Audrey Young is the New Zealand Herald’s political editor.

Murray McCully calls for patience with Helen Clark's UN bid

Foreign Minister Murray McCully said there was no reason for Clark to pull out and anything could happen on the second ballot - which could be held in a week's time. Photo / AP
Foreign Minister Murray McCully said there was no reason for Clark to pull out and anything could happen on the second ballot - which could be held in a week's time. Photo / AP

The contest to find the next Secretary General of the United Nations "is a marathon, not a sprint," says Foreign Minister Murray McCully after the first ballot of 12 contenders put Helen Clark mid-pack.

He said there was no reason for Clark to pull out and anything could happen on the second ballot - which could be held in a week's time.

"This a marathon not a sprint and in a game in which five members have an ability to veto any of the candidates, there's a whole lot that can happen from here."

After several months of open forums with candidates at the UN General Assembly, the 15 members of the Security Council today conducted the first ballot, giving each one of three ratings: encourage, discourage or no opinion.

The five above Clark are all Europeans, and four of from Eastern Europe, which considers itself next in turn if the traditional rotational process prevailed.

"There are very strong tactical overtones to this first ballot," he said.

"In particular you can see a very strong organized push to get European and particularly Eastern European candidates into the final short list."

McCully said that having achieved their objective to get Eastern Europeans in the top group, they could now focus on merit.

"Helen Clark's strong point from the beginning has been capability," he said.

"In a merit-based contest, she shows through as we saw in the debates in New York."

Next week in Laos, McCully will be meeting several ministers from Security Council countries at an East Asia Summit meeting for foreign ministers.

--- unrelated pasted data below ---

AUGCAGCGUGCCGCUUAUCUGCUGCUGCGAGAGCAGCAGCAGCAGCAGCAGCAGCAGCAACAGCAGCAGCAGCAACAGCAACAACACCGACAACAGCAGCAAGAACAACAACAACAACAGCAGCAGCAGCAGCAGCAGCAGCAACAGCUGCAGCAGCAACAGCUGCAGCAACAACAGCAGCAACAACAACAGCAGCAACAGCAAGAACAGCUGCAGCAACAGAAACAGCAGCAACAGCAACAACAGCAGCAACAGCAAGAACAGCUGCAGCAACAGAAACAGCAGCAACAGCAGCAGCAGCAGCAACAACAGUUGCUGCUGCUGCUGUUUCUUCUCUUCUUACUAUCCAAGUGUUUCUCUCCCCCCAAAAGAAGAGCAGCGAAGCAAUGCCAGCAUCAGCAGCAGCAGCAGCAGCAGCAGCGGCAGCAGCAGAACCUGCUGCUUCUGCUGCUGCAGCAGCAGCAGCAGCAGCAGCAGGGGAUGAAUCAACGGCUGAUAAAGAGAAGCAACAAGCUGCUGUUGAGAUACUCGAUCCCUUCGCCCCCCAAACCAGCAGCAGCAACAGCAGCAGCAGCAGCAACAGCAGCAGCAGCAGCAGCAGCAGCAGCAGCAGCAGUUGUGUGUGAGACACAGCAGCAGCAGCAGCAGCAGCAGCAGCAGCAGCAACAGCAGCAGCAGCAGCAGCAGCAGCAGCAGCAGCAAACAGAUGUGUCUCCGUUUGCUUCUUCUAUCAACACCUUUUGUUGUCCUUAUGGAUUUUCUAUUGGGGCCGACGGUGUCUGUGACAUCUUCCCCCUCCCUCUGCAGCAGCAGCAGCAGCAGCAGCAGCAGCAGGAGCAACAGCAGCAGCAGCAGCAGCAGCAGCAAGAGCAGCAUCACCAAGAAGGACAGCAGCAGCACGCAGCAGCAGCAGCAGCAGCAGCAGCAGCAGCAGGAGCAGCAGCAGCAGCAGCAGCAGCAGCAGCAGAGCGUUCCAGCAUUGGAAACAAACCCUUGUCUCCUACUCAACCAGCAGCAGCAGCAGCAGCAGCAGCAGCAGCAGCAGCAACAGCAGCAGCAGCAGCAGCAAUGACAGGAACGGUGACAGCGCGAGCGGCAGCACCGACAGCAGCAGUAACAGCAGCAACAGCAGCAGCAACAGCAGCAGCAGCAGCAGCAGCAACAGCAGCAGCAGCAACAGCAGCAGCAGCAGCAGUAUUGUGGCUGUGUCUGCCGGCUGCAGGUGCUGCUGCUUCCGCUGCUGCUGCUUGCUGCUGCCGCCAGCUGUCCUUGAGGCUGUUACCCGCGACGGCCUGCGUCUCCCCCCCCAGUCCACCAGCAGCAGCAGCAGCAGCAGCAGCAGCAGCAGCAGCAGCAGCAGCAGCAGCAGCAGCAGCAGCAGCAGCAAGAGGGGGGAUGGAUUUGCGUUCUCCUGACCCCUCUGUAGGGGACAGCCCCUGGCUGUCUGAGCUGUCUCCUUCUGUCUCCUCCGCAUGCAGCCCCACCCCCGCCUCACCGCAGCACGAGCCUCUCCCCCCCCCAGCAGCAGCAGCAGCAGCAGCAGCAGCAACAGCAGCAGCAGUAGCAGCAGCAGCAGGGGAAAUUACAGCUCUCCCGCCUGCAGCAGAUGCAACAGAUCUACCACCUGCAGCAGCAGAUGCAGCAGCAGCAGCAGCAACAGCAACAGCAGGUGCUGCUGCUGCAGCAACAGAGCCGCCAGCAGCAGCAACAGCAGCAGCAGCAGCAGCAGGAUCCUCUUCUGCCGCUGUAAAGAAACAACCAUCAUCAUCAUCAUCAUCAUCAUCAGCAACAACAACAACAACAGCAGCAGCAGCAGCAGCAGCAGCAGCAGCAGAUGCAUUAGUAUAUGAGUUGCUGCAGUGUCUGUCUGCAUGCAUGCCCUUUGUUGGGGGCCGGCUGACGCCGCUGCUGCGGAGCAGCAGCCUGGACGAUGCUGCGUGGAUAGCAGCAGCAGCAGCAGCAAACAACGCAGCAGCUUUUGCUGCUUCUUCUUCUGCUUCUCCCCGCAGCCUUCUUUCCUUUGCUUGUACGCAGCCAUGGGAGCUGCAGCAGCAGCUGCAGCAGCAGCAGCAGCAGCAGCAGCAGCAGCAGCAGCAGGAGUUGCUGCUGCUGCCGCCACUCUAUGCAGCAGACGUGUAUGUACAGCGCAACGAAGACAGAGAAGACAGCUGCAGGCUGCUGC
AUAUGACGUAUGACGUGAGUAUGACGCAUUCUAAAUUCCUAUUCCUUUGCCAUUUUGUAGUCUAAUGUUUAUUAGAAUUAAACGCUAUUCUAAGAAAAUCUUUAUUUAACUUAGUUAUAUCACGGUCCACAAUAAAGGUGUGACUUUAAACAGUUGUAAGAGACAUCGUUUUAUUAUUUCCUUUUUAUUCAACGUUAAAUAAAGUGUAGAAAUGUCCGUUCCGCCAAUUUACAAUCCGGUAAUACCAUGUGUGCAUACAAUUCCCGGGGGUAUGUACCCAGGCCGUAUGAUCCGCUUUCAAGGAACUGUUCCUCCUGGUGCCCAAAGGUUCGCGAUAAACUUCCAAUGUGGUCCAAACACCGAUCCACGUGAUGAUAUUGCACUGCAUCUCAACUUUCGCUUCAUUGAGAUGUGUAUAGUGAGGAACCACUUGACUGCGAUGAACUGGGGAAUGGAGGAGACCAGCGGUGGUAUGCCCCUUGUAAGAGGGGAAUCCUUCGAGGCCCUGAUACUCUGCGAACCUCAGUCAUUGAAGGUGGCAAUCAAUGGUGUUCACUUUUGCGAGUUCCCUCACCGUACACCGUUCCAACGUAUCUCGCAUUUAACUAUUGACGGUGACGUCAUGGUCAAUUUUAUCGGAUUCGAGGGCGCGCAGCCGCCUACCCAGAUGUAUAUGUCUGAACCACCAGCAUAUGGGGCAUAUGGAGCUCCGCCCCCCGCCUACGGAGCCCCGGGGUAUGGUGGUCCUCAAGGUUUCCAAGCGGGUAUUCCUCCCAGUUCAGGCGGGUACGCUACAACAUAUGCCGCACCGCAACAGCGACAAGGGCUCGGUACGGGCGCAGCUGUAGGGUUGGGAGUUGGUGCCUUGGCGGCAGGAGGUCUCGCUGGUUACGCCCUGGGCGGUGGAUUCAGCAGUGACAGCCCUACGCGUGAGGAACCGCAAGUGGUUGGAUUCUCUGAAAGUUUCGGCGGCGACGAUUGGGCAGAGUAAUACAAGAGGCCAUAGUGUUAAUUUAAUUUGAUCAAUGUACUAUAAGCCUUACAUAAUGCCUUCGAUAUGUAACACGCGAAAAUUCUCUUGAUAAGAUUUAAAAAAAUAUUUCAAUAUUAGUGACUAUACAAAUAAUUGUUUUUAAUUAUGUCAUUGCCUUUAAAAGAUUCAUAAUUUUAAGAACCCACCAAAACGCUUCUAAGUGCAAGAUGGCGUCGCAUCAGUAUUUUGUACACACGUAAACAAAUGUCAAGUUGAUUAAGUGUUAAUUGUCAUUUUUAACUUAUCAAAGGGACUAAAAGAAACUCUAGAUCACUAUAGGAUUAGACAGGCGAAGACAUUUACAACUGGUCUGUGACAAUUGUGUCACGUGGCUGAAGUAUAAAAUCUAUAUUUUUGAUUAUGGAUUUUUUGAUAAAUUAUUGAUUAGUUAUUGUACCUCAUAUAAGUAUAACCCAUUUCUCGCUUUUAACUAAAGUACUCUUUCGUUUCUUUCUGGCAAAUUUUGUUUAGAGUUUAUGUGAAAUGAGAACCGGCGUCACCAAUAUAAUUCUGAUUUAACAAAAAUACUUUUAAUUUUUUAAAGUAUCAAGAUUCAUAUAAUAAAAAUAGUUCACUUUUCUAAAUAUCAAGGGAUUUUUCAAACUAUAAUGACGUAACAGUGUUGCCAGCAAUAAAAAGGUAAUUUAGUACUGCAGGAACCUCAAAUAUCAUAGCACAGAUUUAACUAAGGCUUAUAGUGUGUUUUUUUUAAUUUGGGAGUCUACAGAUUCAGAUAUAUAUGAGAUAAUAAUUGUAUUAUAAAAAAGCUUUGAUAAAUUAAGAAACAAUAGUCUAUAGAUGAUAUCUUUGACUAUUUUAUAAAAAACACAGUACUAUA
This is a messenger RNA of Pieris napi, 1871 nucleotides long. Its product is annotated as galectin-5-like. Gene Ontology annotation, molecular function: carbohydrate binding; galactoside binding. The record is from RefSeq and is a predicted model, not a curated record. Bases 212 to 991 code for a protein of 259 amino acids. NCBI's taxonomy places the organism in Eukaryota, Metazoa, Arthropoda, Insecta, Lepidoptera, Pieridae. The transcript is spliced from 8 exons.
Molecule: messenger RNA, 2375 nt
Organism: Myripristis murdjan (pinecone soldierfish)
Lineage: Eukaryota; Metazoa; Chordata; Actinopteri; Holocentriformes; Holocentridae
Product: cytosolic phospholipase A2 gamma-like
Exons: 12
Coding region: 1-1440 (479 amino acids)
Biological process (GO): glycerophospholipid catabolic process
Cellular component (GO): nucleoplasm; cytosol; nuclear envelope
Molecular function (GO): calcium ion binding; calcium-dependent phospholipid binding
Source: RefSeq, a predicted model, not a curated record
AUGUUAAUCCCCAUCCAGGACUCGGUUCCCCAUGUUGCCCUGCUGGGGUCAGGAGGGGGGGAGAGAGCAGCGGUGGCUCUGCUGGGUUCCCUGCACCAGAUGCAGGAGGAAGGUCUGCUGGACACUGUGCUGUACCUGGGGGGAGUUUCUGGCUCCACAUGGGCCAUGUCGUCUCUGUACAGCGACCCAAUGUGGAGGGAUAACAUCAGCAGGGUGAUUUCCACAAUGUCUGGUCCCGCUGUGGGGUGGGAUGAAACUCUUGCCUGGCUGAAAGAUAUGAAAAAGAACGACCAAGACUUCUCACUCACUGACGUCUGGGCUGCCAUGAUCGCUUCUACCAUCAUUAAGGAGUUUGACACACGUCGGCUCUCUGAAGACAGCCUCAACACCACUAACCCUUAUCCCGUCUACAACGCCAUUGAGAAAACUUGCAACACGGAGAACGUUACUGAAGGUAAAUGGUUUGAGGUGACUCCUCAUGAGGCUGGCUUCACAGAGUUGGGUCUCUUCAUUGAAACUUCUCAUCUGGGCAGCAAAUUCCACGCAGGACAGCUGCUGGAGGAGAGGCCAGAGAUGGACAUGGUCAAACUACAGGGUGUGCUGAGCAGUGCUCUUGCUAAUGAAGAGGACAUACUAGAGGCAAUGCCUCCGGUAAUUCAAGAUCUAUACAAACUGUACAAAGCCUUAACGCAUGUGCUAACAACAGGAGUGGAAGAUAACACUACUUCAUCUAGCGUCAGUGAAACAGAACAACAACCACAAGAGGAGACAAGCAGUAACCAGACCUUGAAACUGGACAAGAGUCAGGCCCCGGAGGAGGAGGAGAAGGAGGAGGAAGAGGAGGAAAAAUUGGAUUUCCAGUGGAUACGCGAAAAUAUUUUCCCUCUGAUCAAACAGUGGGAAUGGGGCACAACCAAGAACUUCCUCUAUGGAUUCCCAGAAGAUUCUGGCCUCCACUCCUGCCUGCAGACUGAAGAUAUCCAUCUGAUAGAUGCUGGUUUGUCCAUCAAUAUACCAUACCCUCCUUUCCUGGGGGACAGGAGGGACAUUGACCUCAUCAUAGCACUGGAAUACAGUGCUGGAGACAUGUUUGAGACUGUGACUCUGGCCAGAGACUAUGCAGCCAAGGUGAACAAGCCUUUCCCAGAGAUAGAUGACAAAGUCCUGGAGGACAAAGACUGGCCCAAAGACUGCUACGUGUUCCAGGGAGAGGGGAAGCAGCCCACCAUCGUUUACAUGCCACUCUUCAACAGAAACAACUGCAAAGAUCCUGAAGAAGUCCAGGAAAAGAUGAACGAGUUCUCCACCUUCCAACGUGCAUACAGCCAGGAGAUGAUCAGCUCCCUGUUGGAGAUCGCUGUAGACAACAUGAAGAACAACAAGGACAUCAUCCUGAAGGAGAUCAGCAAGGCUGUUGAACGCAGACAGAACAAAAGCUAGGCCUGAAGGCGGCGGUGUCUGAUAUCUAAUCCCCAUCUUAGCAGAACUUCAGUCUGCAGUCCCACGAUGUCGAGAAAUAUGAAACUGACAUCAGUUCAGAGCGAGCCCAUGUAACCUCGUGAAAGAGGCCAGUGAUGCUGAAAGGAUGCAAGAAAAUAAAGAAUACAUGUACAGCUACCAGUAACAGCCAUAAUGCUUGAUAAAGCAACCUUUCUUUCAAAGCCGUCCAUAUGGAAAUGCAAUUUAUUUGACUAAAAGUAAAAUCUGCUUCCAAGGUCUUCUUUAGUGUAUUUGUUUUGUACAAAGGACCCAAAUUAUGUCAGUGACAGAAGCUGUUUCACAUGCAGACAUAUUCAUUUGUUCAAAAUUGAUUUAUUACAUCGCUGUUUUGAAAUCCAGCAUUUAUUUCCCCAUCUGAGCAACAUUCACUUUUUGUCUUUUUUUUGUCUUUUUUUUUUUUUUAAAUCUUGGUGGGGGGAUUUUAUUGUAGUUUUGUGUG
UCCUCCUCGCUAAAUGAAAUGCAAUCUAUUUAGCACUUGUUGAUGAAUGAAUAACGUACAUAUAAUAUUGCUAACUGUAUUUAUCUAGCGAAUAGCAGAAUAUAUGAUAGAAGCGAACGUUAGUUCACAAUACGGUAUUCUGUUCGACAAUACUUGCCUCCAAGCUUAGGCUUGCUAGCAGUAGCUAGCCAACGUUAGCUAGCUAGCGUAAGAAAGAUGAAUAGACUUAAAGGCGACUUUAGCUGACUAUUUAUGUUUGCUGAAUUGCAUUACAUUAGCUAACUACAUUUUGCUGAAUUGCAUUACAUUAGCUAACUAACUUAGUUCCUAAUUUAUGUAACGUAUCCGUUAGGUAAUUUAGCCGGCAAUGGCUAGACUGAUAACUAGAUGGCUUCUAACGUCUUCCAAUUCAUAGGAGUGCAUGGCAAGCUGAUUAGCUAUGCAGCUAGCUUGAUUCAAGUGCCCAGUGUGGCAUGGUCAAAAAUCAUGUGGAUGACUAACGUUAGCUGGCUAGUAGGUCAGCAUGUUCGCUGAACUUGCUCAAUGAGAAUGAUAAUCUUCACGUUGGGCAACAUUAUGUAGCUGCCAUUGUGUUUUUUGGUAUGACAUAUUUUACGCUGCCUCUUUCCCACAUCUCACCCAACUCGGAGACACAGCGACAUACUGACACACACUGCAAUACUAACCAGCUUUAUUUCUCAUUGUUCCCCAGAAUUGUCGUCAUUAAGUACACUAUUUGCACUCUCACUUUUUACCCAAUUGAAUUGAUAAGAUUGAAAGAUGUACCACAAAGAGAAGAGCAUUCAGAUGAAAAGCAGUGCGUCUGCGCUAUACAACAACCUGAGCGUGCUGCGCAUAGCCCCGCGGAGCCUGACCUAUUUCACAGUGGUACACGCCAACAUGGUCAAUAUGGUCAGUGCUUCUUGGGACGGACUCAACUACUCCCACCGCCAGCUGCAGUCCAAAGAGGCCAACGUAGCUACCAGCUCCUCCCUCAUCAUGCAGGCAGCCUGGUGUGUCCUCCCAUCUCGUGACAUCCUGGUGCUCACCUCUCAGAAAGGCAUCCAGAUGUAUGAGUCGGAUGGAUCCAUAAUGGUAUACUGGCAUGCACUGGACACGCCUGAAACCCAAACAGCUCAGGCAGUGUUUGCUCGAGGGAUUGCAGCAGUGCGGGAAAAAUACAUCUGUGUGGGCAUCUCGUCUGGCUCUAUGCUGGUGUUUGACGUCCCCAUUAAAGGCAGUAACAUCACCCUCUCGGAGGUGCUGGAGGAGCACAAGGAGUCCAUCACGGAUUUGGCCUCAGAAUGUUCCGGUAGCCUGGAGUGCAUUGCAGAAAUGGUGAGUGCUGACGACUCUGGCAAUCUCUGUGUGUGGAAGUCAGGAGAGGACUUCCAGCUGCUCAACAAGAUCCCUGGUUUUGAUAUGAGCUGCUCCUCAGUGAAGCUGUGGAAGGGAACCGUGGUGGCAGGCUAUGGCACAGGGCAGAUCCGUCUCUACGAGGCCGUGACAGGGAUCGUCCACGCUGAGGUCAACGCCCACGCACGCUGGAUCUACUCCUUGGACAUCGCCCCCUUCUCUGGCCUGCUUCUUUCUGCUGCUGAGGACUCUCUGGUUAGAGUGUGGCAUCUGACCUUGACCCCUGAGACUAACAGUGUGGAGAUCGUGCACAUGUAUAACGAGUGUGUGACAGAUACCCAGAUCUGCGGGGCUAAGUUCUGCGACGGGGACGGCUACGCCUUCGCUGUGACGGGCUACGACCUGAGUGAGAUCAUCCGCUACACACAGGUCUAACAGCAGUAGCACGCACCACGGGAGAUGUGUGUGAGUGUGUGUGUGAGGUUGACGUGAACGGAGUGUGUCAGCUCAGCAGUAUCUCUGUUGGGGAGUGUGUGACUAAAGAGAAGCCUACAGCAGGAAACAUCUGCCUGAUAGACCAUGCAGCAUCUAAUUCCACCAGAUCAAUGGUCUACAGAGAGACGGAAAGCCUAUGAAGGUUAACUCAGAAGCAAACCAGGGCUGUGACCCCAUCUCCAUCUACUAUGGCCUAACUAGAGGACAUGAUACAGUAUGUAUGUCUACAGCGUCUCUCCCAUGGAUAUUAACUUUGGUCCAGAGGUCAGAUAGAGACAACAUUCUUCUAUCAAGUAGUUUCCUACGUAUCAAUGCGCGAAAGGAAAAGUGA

"I'll certainly be taking the opportunity to become well informed about the intentions of Security Council members going forward."

The results of the ballot are given to Security Council members. Candidates are told the top and bottom votes and where they sit relative to them.

The general assembly is told nothing and has to rely on media reports which in turn are based on leaks.

McCully said the process was "completely disrespectful" to the General Assembly.

"I'm sure they will be quite annoyed about that but where that goes we don't know."

Commenting on the fact that the two candidates well ahead of the pack were men, Antonio Guterres of Portugal and Danilo Turk of Slovenia, McCully said there had been a strong debate about the need for the UN to change "and this is not a very strong signal on the part of the Security Council it is listening. "

At this stage, no differentiation in the ballots is made between the five permanent members or the 10 non-permanent members. At some point they will be color-coded to determine how many members with a veto oppose the candidates.

The new Secretary General's term begins on December 31.

Under the UN rules, the Security Council makes a recommendation for the General Assembly to approve.

The results - (As widely reported by media - official results are not released)

1. Antonio Guterres, Portugal
2. Danilo Turk, Slovenia
3. Irina Bokova, Bulgaria
4. Vuk Jeremic, Serbia
5. Srgjan Kerim, Macedonia
6. Helen Clark, New Zealand
7. Miroslav Lajcak, Slovakia
8. Susanna Malcorra, Argentina
9. Christiana Figueres, Costa Rica
10. Natalia Gherman, Moldova
11. Igor Luksic, Montenegro
12. Vesna Pucic, Croatia

SECURITY COUINCIL MEMBERS

Angola
Egypt
Japan
Malaysia
New Zealand
Senegal
Spain
Ukraine
Uruguay
Venezuela

WITH VETO
Britain
China
France
Russia
United States

- NZ Herald

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